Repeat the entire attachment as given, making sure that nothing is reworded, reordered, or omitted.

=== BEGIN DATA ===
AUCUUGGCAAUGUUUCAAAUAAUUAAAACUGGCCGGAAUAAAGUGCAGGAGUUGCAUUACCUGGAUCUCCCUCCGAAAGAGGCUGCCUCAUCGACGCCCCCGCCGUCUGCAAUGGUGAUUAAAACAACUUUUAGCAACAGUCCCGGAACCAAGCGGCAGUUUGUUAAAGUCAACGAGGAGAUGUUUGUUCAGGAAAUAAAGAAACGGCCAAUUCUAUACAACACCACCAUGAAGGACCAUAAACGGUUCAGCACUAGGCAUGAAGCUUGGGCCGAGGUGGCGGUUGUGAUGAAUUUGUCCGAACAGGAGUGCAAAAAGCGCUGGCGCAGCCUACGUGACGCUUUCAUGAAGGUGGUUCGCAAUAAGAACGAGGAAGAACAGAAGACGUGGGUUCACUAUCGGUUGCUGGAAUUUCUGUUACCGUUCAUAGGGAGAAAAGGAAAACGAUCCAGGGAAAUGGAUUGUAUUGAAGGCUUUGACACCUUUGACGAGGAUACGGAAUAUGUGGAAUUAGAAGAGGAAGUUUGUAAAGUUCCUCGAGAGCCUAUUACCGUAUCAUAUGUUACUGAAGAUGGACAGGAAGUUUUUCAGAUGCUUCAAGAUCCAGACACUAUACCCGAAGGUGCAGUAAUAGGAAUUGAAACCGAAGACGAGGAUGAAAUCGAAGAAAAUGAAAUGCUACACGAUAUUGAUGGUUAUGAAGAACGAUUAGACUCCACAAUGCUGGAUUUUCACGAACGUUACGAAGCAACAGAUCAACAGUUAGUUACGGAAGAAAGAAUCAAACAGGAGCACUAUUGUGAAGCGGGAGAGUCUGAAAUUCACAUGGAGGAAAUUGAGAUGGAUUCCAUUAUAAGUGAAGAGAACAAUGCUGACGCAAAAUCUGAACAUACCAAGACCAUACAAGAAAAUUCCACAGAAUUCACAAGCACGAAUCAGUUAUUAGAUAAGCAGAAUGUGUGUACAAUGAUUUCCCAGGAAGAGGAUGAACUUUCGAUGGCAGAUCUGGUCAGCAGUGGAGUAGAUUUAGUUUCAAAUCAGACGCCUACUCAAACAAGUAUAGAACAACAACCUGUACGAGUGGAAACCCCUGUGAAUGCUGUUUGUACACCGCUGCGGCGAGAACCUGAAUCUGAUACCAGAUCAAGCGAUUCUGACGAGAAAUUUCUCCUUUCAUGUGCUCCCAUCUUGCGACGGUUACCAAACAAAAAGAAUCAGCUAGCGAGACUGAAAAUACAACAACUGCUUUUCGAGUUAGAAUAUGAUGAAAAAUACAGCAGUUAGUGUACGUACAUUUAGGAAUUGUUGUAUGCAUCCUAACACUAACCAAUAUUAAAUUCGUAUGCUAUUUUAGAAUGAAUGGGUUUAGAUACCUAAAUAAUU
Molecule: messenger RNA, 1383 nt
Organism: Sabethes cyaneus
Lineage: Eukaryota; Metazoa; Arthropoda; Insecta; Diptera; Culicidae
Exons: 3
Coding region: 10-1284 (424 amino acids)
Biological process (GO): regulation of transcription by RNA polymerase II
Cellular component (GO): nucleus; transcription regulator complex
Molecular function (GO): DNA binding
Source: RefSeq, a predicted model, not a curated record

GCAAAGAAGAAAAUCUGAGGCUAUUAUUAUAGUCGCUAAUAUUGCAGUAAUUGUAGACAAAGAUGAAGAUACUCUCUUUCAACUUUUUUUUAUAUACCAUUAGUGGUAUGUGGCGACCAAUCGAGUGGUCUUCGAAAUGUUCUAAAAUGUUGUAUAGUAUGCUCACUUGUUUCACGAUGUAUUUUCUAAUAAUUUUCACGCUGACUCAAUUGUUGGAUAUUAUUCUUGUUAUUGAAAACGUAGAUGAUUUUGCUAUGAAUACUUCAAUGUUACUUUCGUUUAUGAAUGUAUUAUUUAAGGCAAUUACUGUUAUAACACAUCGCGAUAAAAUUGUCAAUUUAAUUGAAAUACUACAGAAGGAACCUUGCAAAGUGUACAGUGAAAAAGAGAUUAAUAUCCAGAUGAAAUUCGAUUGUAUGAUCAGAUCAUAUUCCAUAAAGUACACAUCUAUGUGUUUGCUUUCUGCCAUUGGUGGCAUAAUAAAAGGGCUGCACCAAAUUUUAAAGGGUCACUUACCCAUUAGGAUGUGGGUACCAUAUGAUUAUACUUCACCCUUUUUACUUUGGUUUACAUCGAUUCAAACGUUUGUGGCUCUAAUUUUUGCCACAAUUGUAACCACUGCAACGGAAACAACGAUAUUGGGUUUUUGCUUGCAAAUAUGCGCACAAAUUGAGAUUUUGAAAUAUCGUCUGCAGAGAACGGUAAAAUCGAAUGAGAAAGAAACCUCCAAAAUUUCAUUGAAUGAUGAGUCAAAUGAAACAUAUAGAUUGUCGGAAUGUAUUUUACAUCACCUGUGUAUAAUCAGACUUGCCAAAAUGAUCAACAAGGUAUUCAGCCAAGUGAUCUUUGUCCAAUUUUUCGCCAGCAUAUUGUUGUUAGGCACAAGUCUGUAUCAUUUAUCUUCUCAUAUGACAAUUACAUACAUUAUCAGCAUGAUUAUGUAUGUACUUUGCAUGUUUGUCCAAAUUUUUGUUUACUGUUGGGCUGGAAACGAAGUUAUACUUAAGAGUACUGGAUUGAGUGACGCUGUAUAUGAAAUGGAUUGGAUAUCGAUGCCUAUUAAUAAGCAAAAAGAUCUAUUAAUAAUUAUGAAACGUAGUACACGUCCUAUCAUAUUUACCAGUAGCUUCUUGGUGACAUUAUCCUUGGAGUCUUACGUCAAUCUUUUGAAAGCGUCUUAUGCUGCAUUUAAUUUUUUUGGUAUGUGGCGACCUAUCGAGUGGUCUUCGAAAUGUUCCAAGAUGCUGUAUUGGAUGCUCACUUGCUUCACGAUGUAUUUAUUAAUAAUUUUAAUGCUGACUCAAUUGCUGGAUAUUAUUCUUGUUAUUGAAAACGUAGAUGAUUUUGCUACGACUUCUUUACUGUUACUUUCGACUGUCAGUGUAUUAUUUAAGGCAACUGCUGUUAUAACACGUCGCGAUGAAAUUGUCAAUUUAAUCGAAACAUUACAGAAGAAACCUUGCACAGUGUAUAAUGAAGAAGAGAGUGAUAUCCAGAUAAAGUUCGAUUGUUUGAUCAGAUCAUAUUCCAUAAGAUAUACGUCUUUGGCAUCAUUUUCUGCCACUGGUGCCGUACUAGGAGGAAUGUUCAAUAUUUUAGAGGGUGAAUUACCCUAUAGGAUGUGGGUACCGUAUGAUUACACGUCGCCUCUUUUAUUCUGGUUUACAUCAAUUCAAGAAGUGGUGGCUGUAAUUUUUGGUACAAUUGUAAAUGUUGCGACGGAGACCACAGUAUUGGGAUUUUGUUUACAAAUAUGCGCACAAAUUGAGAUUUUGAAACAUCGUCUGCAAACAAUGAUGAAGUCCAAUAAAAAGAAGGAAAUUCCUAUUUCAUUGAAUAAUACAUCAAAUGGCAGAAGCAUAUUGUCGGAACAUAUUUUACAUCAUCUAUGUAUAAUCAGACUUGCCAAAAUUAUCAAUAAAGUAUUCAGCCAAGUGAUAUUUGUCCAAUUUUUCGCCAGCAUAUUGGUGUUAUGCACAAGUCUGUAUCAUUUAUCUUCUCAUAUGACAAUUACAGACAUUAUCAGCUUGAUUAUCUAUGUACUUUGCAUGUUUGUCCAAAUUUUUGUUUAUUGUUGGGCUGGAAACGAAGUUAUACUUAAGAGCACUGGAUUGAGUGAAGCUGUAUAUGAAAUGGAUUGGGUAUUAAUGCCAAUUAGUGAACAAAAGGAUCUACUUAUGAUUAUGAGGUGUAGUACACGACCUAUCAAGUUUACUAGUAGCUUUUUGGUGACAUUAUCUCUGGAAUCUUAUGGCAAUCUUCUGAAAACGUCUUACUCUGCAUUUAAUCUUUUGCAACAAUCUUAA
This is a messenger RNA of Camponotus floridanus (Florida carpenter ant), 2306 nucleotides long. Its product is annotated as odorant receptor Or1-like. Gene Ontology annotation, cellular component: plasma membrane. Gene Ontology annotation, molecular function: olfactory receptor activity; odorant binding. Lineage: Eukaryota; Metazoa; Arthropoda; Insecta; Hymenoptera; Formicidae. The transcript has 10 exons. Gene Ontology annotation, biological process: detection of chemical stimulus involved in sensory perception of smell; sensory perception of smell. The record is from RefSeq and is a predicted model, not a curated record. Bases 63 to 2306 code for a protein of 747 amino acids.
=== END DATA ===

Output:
AUCUUGGCAAUGUUUCAAAUAAUUAAAACUGGCCGGAAUAAAGUGCAGGAGUUGCAUUACCUGGAUCUCCCUCCGAAAGAGGCUGCCUCAUCGACGCCCCCGCCGUCUGCAAUGGUGAUUAAAACAACUUUUAGCAACAGUCCCGGAACCAAGCGGCAGUUUGUUAAAGUCAACGAGGAGAUGUUUGUUCAGGAAAUAAAGAAACGGCCAAUUCUAUACAACACCACCAUGAAGGACCAUAAACGGUUCAGCACUAGGCAUGAAGCUUGGGCCGAGGUGGCGGUUGUGAUGAAUUUGUCCGAACAGGAGUGCAAAAAGCGCUGGCGCAGCCUACGUGACGCUUUCAUGAAGGUGGUUCGCAAUAAGAACGAGGAAGAACAGAAGACGUGGGUUCACUAUCGGUUGCUGGAAUUUCUGUUACCGUUCAUAGGGAGAAAAGGAAAACGAUCCAGGGAAAUGGAUUGUAUUGAAGGCUUUGACACCUUUGACGAGGAUACGGAAUAUGUGGAAUUAGAAGAGGAAGUUUGUAAAGUUCCUCGAGAGCCUAUUACCGUAUCAUAUGUUACUGAAGAUGGACAGGAAGUUUUUCAGAUGCUUCAAGAUCCAGACACUAUACCCGAAGGUGCAGUAAUAGGAAUUGAAACCGAAGACGAGGAUGAAAUCGAAGAAAAUGAAAUGCUACACGAUAUUGAUGGUUAUGAAGAACGAUUAGACUCCACAAUGCUGGAUUUUCACGAACGUUACGAAGCAACAGAUCAACAGUUAGUUACGGAAGAAAGAAUCAAACAGGAGCACUAUUGUGAAGCGGGAGAGUCUGAAAUUCACAUGGAGGAAAUUGAGAUGGAUUCCAUUAUAAGUGAAGAGAACAAUGCUGACGCAAAAUCUGAACAUACCAAGACCAUACAAGAAAAUUCCACAGAAUUCACAAGCACGAAUCAGUUAUUAGAUAAGCAGAAUGUGUGUACAAUGAUUUCCCAGGAAGAGGAUGAACUUUCGAUGGCAGAUCUGGUCAGCAGUGGAGUAGAUUUAGUUUCAAAUCAGACGCCUACUCAAACAAGUAUAGAACAACAACCUGUACGAGUGGAAACCCCUGUGAAUGCUGUUUGUACACCGCUGCGGCGAGAACCUGAAUCUGAUACCAGAUCAAGCGAUUCUGACGAGAAAUUUCUCCUUUCAUGUGCUCCCAUCUUGCGACGGUUACCAAACAAAAAGAAUCAGCUAGCGAGACUGAAAAUACAACAACUGCUUUUCGAGUUAGAAUAUGAUGAAAAAUACAGCAGUUAGUGUACGUACAUUUAGGAAUUGUUGUAUGCAUCCUAACACUAACCAAUAUUAAAUUCGUAUGCUAUUUUAGAAUGAAUGGGUUUAGAUACCUAAAUAAUU
Molecule: messenger RNA, 1383 nt
Organism: Sabethes cyaneus
Lineage: Eukaryota; Metazoa; Arthropoda; Insecta; Diptera; Culicidae
Exons: 3
Coding region: 10-1284 (424 amino acids)
Biological process (GO): regulation of transcription by RNA polymerase II
Cellular component (GO): nucleus; transcription regulator complex
Molecular function (GO): DNA binding
Source: RefSeq, a predicted model, not a curated record

GCAAAGAAGAAAAUCUGAGGCUAUUAUUAUAGUCGCUAAUAUUGCAGUAAUUGUAGACAAAGAUGAAGAUACUCUCUUUCAACUUUUUUUUAUAUACCAUUAGUGGUAUGUGGCGACCAAUCGAGUGGUCUUCGAAAUGUUCUAAAAUGUUGUAUAGUAUGCUCACUUGUUUCACGAUGUAUUUUCUAAUAAUUUUCACGCUGACUCAAUUGUUGGAUAUUAUUCUUGUUAUUGAAAACGUAGAUGAUUUUGCUAUGAAUACUUCAAUGUUACUUUCGUUUAUGAAUGUAUUAUUUAAGGCAAUUACUGUUAUAACACAUCGCGAUAAAAUUGUCAAUUUAAUUGAAAUACUACAGAAGGAACCUUGCAAAGUGUACAGUGAAAAAGAGAUUAAUAUCCAGAUGAAAUUCGAUUGUAUGAUCAGAUCAUAUUCCAUAAAGUACACAUCUAUGUGUUUGCUUUCUGCCAUUGGUGGCAUAAUAAAAGGGCUGCACCAAAUUUUAAAGGGUCACUUACCCAUUAGGAUGUGGGUACCAUAUGAUUAUACUUCACCCUUUUUACUUUGGUUUACAUCGAUUCAAACGUUUGUGGCUCUAAUUUUUGCCACAAUUGUAACCACUGCAACGGAAACAACGAUAUUGGGUUUUUGCUUGCAAAUAUGCGCACAAAUUGAGAUUUUGAAAUAUCGUCUGCAGAGAACGGUAAAAUCGAAUGAGAAAGAAACCUCCAAAAUUUCAUUGAAUGAUGAGUCAAAUGAAACAUAUAGAUUGUCGGAAUGUAUUUUACAUCACCUGUGUAUAAUCAGACUUGCCAAAAUGAUCAACAAGGUAUUCAGCCAAGUGAUCUUUGUCCAAUUUUUCGCCAGCAUAUUGUUGUUAGGCACAAGUCUGUAUCAUUUAUCUUCUCAUAUGACAAUUACAUACAUUAUCAGCAUGAUUAUGUAUGUACUUUGCAUGUUUGUCCAAAUUUUUGUUUACUGUUGGGCUGGAAACGAAGUUAUACUUAAGAGUACUGGAUUGAGUGACGCUGUAUAUGAAAUGGAUUGGAUAUCGAUGCCUAUUAAUAAGCAAAAAGAUCUAUUAAUAAUUAUGAAACGUAGUACACGUCCUAUCAUAUUUACCAGUAGCUUCUUGGUGACAUUAUCCUUGGAGUCUUACGUCAAUCUUUUGAAAGCGUCUUAUGCUGCAUUUAAUUUUUUUGGUAUGUGGCGACCUAUCGAGUGGUCUUCGAAAUGUUCCAAGAUGCUGUAUUGGAUGCUCACUUGCUUCACGAUGUAUUUAUUAAUAAUUUUAAUGCUGACUCAAUUGCUGGAUAUUAUUCUUGUUAUUGAAAACGUAGAUGAUUUUGCUACGACUUCUUUACUGUUACUUUCGACUGUCAGUGUAUUAUUUAAGGCAACUGCUGUUAUAACACGUCGCGAUGAAAUUGUCAAUUUAAUCGAAACAUUACAGAAGAAACCUUGCACAGUGUAUAAUGAAGAAGAGAGUGAUAUCCAGAUAAAGUUCGAUUGUUUGAUCAGAUCAUAUUCCAUAAGAUAUACGUCUUUGGCAUCAUUUUCUGCCACUGGUGCCGUACUAGGAGGAAUGUUCAAUAUUUUAGAGGGUGAAUUACCCUAUAGGAUGUGGGUACCGUAUGAUUACACGUCGCCUCUUUUAUUCUGGUUUACAUCAAUUCAAGAAGUGGUGGCUGUAAUUUUUGGUACAAUUGUAAAUGUUGCGACGGAGACCACAGUAUUGGGAUUUUGUUUACAAAUAUGCGCACAAAUUGAGAUUUUGAAACAUCGUCUGCAAACAAUGAUGAAGUCCAAUAAAAAGAAGGAAAUUCCUAUUUCAUUGAAUAAUACAUCAAAUGGCAGAAGCAUAUUGUCGGAACAUAUUUUACAUCAUCUAUGUAUAAUCAGACUUGCCAAAAUUAUCAAUAAAGUAUUCAGCCAAGUGAUAUUUGUCCAAUUUUUCGCCAGCAUAUUGGUGUUAUGCACAAGUCUGUAUCAUUUAUCUUCUCAUAUGACAAUUACAGACAUUAUCAGCUUGAUUAUCUAUGUACUUUGCAUGUUUGUCCAAAUUUUUGUUUAUUGUUGGGCUGGAAACGAAGUUAUACUUAAGAGCACUGGAUUGAGUGAAGCUGUAUAUGAAAUGGAUUGGGUAUUAAUGCCAAUUAGUGAACAAAAGGAUCUACUUAUGAUUAUGAGGUGUAGUACACGACCUAUCAAGUUUACUAGUAGCUUUUUGGUGACAUUAUCUCUGGAAUCUUAUGGCAAUCUUCUGAAAACGUCUUACUCUGCAUUUAAUCUUUUGCAACAAUCUUAA
This is a messenger RNA of Camponotus floridanus (Florida carpenter ant), 2306 nucleotides long. Its product is annotated as odorant receptor Or1-like. Gene Ontology annotation, cellular component: plasma membrane. Gene Ontology annotation, molecular function: olfactory receptor activity; odorant binding. Lineage: Eukaryota; Metazoa; Arthropoda; Insecta; Hymenoptera; Formicidae. The transcript has 10 exons. Gene Ontology annotation, biological process: detection of chemical stimulus involved in sensory perception of smell; sensory perception of smell. The record is from RefSeq and is a predicted model, not a curated record. Bases 63 to 2306 code for a protein of 747 amino acids.